Rangoli Essay

Rangoli is a very popular folk art that has several religious connotations across India. Rangoli is an art form in India in which patterns are created on the floor in living rooms or courtyards using materials such as coloured rice, dry flour, coloured sand or flower petals. Rangoli competitions are one of the most popular activities during festivals. Rangoli is a spiritual distribution of colours and is considered as a sign of good luck. Most of the rangoli designs maintain symmetry, like a yin and yang symbol or a swastika. These symmetrical designs created as rangoli are considered as a symbol of prosperity, luck and growth. This Rangoli essay will help students to understand this folk art, design and pattern.

Students can also go through the list of CBSE Essays on different topics. It will help them to improve their writing skills and also increase their scores in the English exam. Moreover, they can participate in different essay writing competitions which are conducted at the school level.

500+ Words Rangoli Essay

Rangoli is one of the most beautiful and most pleasing art forms of India. Rangoli is the part of floor decoration and an expression of the creative self often viewed as a form of self-portraiture. It is a traditional form of welcoming good luck. The emergence of this creative art can be attributed to Hindu mythological literature works. The word rangoli is a derivation of the Sanskrit word ‘rangavalli, and it is comprised of two words, ‘rang’ meaning ‘colour’ and ‘aavalli’ meaning coloured creepers’ or ‘row of colours’. And it signifies a creative expression of art by means of colours. Rangoli is also considered a lucky omen. Its popularity has remained unaffected over the years.

Different Names of Rangoli

India is a big country & land of many languages, and hence, this rangoli art form has different names in different regions. It is known as Sathiya in Gujarat, Kolam in Tamilnadu, Muggulu in Andhra Pradesh, Rangavali in Karnataka, Chowkpurana in Northern India, Mandana in Rajasthan, Aripana in Bihar, Alpana in Bengal, Chita or Osa in Orissa, Aipan in the Himalayan region and so on. In fact, the term rangoli, as the art is known in Maharashtra, is a synonym for any kind of Indian floor art.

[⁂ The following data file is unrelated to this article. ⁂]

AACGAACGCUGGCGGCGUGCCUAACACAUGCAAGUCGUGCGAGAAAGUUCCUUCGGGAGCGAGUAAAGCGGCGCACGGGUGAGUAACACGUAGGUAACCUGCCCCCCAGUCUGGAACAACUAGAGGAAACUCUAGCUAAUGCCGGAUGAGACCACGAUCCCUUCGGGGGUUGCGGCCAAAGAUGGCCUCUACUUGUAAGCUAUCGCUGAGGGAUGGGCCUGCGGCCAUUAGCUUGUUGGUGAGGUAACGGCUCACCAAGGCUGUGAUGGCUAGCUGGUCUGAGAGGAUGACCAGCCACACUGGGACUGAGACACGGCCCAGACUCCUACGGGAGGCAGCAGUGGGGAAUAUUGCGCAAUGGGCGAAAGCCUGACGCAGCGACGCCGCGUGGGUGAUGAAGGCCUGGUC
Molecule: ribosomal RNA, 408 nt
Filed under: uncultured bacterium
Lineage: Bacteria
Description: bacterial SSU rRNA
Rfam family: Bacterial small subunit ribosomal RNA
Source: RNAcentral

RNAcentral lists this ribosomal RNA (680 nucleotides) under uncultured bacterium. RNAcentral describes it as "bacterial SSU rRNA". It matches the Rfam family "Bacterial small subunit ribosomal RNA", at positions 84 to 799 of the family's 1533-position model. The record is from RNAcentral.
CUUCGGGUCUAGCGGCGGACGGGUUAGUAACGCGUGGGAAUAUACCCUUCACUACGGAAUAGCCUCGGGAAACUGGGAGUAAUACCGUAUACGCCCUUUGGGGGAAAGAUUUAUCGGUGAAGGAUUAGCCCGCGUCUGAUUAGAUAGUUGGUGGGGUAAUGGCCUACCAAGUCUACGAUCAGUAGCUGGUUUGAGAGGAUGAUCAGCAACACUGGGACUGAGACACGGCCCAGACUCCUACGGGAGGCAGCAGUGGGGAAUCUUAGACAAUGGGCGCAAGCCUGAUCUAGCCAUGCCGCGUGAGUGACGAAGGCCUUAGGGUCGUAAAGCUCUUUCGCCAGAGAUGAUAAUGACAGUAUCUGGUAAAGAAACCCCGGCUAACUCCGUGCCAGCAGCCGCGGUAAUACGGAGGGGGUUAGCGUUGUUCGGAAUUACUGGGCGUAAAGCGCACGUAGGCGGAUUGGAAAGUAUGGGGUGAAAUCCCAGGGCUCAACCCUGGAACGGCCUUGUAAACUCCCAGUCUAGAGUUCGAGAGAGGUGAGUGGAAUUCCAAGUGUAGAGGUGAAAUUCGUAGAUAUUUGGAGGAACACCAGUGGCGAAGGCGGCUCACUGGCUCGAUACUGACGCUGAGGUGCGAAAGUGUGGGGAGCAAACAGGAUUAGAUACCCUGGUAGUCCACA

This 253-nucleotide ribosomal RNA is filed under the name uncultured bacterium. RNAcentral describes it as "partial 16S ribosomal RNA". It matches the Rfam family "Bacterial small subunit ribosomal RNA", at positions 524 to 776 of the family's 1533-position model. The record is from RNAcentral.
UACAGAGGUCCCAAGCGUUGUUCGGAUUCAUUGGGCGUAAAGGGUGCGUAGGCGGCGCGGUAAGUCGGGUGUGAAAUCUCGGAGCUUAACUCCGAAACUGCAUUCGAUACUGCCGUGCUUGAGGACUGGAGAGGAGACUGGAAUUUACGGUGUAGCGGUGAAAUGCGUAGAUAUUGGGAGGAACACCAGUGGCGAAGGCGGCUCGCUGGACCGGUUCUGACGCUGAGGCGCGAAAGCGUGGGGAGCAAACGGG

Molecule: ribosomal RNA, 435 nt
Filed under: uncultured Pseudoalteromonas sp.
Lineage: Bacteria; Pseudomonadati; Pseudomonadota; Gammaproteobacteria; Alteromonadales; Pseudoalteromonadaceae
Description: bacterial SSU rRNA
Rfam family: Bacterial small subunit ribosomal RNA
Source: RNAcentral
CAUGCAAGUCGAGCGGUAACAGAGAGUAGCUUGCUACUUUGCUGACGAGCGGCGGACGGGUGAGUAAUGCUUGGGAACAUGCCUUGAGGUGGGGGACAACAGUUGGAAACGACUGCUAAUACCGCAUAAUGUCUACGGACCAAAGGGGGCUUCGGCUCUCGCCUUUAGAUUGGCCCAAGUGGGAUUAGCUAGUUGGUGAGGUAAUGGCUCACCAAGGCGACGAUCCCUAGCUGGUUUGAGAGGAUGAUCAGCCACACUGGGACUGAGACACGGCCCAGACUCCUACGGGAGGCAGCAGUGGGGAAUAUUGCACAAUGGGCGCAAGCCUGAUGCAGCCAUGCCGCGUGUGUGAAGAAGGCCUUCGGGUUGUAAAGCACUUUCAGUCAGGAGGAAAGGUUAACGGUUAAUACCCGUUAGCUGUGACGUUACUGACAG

The women of India have kept the art of rangoli alive. The tradition is passed down in families from mother to daughter, thus maintaining continuity. No brush or tool of any kind intervenes between the hand of the artist and the ground. This direct contact of the finger, powder or paste and ground allows the direct translation from her inner vision and experience into visible form. The designs drawn range from geometrical diagrams to curvilinear patterns or those inspired by nature.

Significance of Rangoli

The creation of rangoli patterns in ritualistic and domestic settings are layered with meanings rooted deeply in culture. The significance of rangoli is much wider than the aesthetic and decorative purpose. Besides being a symbol of auspiciousness, it is often described as magic diagrams for rituals to ward off evil, invoke the deity, create a sacred space within the confines of home and many more. These are to be drawn every morning or in the evening and at each ceremony of life, from birth to death.


The art of rangoli is a storehouse of symbols. Beginning with the auspicious dot, the symbols go on expanding to form a line and the basic geometrical shapes like the circle, triangle, square and so on, each having its own significance. The symbolic value represents the basic energies of the universe.

Students must have found this “Rangoli” essay useful for improving their essay writing skills. They can get the study material and latest update on CBSE/ICSE/State Board/Competitive Exams, at BYJU’S.

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